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I agree that we need to take cannabis legalization seriously (“Vaping conversation needs to get real on marijuana,” Nov. 6) to both minimize risk for young people and address public health concerns. But it’s clear that prohibition is not accomplishing either goal.

We can’t ignore the fact that the underground market is thriving and prohibition is not a barrier to use. Access is only going to grow as neighboring states continue to legalize cannabis for adult use. In a state with a poor medical program, quality, regulated product is often sought after, but is not always an immediate option.

Cannabis prohibition causes more harm than good and it limits lawmakers’ ability to solve problems caused by our current system.

Regarding the main concern on vaping, the Centers for Disease Control and Prevention (CDC) recently pointed to vitamin E acetate as the cause for the recent spate of vaping-related injuries, noting its use as a cutting agent or additive on the illicit market to stretch the supply with THC vaping cartridges. A well-regulated market where the product is tested could have prevented this. Not knowing what a substance may contain continues to be the largest health risk of prohibition.

Mishek mentions that Hazelden Betty Ford yearly treats more than 1,000 clients with cannabis use disorder, who also have other substance use and mental health disorders. Simply pointing out cannabis use disorder ignores the complexities of both poly-substance use, co-occurring disorders and addiction itself. And by way of comparison, 22,087 were admitted to treatment for alcohol in Minnesota in 2017, 14,511 for methamphetamines and 11,774 for opioids. Another statistic I find startling is that about 30% of all treatment referrals come from within the criminal justice system.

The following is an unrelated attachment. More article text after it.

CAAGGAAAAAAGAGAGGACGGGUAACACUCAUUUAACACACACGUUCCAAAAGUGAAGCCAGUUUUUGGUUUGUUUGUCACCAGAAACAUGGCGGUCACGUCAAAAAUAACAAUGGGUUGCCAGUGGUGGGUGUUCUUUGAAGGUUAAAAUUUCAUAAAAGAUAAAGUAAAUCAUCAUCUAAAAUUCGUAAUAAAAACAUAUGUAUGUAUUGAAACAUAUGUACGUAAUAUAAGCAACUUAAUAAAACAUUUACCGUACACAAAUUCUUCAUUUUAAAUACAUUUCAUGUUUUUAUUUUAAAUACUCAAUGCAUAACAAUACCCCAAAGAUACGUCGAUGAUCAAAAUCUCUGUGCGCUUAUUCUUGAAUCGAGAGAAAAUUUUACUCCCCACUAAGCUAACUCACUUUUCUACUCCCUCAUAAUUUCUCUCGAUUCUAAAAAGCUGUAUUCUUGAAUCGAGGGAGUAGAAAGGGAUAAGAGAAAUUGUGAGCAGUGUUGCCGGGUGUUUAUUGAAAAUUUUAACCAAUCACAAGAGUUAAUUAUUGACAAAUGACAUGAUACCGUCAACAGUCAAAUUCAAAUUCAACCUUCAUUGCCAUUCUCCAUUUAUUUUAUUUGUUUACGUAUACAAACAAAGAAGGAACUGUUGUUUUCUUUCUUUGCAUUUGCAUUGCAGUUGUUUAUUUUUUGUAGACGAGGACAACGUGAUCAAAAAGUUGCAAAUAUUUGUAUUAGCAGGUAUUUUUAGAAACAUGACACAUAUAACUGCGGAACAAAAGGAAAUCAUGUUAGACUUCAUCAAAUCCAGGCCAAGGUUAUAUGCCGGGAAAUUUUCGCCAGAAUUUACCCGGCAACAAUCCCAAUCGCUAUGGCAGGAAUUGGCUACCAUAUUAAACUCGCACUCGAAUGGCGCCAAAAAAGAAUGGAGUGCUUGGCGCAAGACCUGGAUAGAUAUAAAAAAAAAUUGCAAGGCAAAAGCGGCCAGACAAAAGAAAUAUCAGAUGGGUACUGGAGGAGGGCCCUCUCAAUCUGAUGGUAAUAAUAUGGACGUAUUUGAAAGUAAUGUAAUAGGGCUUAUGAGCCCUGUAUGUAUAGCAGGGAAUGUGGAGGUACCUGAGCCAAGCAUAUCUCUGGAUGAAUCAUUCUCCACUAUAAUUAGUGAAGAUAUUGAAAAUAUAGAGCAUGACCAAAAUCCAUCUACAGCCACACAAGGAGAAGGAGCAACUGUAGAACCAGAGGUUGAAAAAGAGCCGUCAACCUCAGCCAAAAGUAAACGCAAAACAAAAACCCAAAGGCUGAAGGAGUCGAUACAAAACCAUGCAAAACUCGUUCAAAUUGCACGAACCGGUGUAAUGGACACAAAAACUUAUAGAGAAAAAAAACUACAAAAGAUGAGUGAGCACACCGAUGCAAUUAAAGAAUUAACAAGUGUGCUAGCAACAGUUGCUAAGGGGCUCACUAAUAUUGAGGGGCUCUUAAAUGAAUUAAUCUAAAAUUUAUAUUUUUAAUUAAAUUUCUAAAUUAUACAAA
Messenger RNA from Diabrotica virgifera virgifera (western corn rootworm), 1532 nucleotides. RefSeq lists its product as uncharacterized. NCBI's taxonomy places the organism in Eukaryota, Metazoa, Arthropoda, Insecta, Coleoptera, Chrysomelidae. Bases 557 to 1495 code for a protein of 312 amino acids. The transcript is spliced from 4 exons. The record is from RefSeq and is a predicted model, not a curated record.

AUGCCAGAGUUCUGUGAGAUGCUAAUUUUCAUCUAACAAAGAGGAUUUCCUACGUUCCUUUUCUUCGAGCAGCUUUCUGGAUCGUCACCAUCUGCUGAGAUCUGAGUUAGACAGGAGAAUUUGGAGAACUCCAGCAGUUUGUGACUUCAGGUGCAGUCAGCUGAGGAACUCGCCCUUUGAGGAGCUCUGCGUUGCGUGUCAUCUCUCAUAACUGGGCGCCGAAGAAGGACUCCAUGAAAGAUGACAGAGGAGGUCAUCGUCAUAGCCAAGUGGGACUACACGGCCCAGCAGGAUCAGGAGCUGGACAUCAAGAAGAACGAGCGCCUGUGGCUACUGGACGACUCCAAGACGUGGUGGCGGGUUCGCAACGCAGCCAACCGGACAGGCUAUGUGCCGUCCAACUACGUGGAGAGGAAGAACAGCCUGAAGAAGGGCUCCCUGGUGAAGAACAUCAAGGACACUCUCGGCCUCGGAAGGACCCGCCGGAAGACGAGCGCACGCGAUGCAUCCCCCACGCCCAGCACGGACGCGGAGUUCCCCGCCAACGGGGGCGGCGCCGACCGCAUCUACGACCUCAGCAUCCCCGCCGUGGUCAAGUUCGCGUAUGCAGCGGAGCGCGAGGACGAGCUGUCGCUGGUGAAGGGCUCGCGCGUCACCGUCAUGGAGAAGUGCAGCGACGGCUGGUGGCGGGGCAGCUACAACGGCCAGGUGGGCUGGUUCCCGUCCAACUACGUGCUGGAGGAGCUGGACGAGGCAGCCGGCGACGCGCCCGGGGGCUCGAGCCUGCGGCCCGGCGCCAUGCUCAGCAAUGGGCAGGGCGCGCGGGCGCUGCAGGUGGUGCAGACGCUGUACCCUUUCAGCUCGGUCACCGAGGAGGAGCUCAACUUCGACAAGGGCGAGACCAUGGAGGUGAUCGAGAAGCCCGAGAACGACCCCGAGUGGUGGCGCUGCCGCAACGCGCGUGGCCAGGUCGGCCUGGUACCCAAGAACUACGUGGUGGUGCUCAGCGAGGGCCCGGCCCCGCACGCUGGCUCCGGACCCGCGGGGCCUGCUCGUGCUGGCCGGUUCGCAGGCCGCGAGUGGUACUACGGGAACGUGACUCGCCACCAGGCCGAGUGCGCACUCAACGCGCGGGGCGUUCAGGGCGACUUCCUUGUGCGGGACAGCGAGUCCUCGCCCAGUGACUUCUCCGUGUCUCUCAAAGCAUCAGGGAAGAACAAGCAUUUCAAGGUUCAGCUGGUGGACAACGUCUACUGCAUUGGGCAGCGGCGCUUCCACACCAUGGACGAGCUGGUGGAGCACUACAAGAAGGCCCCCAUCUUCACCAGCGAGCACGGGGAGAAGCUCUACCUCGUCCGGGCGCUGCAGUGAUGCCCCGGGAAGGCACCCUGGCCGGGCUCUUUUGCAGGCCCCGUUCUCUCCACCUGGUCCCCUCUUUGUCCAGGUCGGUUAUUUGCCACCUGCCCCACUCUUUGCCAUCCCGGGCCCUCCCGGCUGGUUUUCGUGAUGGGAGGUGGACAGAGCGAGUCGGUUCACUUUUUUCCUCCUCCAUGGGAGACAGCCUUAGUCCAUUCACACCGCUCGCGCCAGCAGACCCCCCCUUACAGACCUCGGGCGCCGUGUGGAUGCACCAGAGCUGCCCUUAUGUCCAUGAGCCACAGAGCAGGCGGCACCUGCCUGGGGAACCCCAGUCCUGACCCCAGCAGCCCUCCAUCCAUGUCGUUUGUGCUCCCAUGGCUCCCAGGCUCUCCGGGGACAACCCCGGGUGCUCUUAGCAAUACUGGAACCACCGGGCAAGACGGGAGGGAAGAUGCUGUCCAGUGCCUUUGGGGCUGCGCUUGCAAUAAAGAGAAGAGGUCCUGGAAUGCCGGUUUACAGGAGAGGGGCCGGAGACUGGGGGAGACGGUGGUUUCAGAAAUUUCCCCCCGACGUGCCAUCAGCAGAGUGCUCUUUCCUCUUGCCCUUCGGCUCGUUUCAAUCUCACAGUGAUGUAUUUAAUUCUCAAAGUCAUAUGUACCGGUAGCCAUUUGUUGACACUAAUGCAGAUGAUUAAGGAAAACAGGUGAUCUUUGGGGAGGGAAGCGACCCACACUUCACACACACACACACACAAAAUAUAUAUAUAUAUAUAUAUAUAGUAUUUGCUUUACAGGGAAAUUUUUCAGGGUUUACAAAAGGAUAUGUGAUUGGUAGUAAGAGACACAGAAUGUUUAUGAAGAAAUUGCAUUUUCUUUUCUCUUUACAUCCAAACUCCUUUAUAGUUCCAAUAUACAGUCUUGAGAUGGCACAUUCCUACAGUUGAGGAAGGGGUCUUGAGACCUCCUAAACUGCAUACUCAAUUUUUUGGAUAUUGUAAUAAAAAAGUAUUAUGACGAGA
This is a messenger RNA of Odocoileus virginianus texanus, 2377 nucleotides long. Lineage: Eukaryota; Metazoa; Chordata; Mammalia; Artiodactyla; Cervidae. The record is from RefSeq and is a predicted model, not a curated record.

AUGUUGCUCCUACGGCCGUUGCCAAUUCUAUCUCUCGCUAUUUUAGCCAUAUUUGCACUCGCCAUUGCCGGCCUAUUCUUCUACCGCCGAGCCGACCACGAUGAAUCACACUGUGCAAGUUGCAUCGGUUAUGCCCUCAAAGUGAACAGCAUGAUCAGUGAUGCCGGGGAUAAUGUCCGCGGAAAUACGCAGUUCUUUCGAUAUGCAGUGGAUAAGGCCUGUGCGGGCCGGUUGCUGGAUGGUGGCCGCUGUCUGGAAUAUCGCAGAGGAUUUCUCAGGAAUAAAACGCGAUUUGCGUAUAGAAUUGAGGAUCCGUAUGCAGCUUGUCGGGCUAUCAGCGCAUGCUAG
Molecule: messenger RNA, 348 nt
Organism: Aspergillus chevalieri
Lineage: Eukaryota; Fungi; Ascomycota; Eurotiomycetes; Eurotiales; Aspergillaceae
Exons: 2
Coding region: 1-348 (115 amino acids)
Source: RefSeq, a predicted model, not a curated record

Yes, more research needs to be done on the effects of cannabis use on developing brains. But prohibition severely limits our ability to mitigate negative impacts on adolescents. In states that have legalized cannabis, there is evidence that youth use rates have actually gone down. And, as with alcohol and tobacco, policymakers have never advocated for expanding access to adolescents. We should treat cannabis the same as those products, by shifting the extensive underground market to one that has similar regulations and protections against youth access.

Lawmakers have indicated that revenue generated from taxation will be used to help address concerns about public health and adolescents. We should also focus on reducing the harms of substance use and provide evidence-based drug education programs about substance use — expanding beyond curriculum like Know the Truth. We can work toward reducing youth use through effective programming without threatening children with a criminal record — a tactic that has been grossly ineffective at curbing use.

Not only has the juvenile justice system been shown to not reduce usage rates, it has been shown to increase recidivism and create barriers for both completion of education and employment opportunities, as well as disproportionately affecting young people of color.

In legalizing cannabis for adult use, we need to be thoughtful, use facts and common sense, and address legitimate concerns.

Rory O’Brien is the chapter leader of Minneapolis College Students for Sensible Drug Policy.